Around 4 pm, I came out of the library and instantly regretted inhabiting on earth. I was hit by a menacing blast of cold that nearly knocked me over.

After weighing the pros and cons of walking to my Airbnb vs calling an Uber for a less than a 10-minute walk, I decided to brave the cold.

How? I sprinted like Usain Bolt all the way from the library to the Airbnb. I’m sure some people wondered if someone was pursuing me.

That was the last time I left the house without a jacket. It was also the evening I downloaded a weather app.

The weather app tells you how long it’s going to be warm for, what the general conditions will be, the temperature, etc.

This is a must and a lifesaver. Just because it’s sunny outside doesn’t mean it’s warm.

Some of the more popular weather apps include The Weather Channel, Google Weather, AccuWeather and RadarScope but really any weather app should work fine.

5. Reebee

Another way to save money and make your money go further is with the Reebee App.

The Reebee app lets you browse and compare promotional flyers from across a wide range of retailers across Canada such as Walmart, Canadian Tire, Lowe’s, Staples, Food Basics, Shoppers Drug Mart, Rexall and much more.

You can use this information to create a shopping list in the app or find a bargain on something you’ve been eyeing for some time. You can download Reebee HERE.

6. LinkedIn

If you are going to be job hunting then LinkedIn is vital for networking and building connections.

A LinkedIn account is free to set up and you can populate your profile with your career history, achievements, etc.

It’s an online CV that is easily accessible to anyone real-time so there’s no reason not to have one. For more on using LinkedIn effectively, read How to Network in Canada – Advice for Newcomers.

7. World Clock

If you’re wondering why a world clock would matter to a newcomer, let me share another story. I have friends and relatives in 4 different countries.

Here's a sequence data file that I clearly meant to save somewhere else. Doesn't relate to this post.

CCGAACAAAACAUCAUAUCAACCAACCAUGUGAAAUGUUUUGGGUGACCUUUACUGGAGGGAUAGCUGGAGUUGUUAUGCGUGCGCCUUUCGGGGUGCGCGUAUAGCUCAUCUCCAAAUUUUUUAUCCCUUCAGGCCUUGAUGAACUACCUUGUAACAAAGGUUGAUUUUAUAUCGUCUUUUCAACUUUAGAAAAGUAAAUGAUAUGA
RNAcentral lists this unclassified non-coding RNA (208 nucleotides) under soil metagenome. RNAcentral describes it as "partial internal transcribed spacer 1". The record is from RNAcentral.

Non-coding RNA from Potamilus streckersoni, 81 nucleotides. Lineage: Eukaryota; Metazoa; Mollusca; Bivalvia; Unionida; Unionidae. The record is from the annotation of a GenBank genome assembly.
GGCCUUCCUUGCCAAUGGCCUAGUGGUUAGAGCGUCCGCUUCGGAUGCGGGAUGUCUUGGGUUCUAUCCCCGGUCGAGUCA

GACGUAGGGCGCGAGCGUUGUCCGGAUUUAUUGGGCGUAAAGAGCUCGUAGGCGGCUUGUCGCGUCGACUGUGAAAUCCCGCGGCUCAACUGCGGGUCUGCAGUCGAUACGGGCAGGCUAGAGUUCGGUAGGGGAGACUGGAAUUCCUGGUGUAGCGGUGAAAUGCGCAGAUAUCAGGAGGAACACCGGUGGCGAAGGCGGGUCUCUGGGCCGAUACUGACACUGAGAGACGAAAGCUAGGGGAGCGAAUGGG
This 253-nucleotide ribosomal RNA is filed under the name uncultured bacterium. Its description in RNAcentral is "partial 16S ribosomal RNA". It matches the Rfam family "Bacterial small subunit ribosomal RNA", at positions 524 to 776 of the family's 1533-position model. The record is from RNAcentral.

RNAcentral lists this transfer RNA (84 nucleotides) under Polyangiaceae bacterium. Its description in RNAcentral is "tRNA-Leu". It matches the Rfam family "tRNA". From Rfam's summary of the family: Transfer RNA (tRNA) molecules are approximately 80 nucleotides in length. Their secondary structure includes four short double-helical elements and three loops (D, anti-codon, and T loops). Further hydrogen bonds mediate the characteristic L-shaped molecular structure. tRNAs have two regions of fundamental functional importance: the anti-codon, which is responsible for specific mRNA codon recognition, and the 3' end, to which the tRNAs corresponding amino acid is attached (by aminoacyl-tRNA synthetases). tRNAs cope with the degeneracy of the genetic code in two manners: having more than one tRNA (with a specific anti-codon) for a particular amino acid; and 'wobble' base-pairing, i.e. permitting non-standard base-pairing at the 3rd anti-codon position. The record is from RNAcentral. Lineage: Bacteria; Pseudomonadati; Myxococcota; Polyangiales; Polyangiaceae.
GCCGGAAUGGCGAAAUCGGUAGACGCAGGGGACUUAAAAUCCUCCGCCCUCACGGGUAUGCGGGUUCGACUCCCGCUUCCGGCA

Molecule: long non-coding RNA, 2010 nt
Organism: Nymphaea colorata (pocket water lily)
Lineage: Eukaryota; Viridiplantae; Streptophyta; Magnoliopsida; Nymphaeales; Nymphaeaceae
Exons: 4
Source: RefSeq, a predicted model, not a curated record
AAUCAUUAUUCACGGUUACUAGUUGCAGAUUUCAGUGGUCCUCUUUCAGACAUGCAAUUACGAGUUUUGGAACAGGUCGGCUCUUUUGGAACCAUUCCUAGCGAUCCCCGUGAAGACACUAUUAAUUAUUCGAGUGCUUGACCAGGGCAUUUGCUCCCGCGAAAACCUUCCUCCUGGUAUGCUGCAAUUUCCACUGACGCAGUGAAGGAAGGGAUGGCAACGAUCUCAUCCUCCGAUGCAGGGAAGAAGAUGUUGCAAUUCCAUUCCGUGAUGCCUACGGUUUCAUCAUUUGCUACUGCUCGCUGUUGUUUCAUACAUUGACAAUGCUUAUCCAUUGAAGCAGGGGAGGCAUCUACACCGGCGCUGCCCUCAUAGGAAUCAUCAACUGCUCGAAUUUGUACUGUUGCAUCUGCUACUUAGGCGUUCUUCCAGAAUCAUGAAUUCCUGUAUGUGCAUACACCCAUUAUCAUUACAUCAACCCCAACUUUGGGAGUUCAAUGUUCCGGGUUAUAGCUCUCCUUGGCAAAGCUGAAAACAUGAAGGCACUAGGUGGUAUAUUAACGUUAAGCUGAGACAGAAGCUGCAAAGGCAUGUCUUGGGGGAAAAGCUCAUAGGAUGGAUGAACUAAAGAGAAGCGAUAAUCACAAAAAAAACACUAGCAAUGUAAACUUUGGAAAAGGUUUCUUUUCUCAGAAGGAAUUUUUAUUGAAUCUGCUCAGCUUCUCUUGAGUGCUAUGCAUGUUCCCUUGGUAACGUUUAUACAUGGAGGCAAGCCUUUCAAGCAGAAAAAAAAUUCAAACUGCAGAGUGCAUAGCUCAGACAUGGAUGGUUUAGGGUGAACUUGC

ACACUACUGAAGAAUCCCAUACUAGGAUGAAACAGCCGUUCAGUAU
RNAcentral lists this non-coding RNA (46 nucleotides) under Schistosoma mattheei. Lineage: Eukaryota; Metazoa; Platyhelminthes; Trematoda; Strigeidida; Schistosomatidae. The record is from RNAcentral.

Before I moved to Canada, I was only 3 – 7 hours behind or ahead of all of them so we were usually awake at the same time.

When I moved to Canada and became 9 hours behind most of them, my brain became muddled because I had so many things going on.

I would call my sister in the evening when I wasn’t busy. Of course, she wouldn’t answer and she would text me later on with, “Why on earth are you calling me at 3 am in the morning?”

Eventually, I just downloaded World Clock and put in the countries I call the most so I could check the time before calling or texting.

World Clock is also great for setting up meetings across different time zones. You can find similar apps to World Clock on the app store and play store.

8. Meetup

Meetup is an app for finding and meeting up with people who share the same interests as you.

You can utilize MeetUp for social networking, professional networking and everything else in between. It’s free to join MeetUp. Set up an account and download the app HERE.

9. Job Bank

Job Bank is an app by the Govt of Canada where advertisers can upload available positions across Canada.

A lot of the advertisers are open to hiring newcomers, which is one of the great things about this site. The app isn’t just for searching for jobs though.

You can also explore careers, labour market trends all over Canada, subscribe for alerts, and create a profile for job matches.

You should be a Canadian Citizen or Permanent Resident in order to use the app. If you already submitted a profile for express entry, you can use your ID to create a profile on Job Bank.

Find more about Canada Job Bank for newcomers HERE.

All the apps are free to download on Google Play or Apple Store. All the basic functions you need are free with a few ads shown here and there.

It’s optional to click the ads. For an ad-free experience, you will need to pay for the app but this is not necessary.

For more on best networking tips for newcomers, read the more in-depth articles:-

Networking isn’t always about getting a job. Sometimes you just need to establish new connections.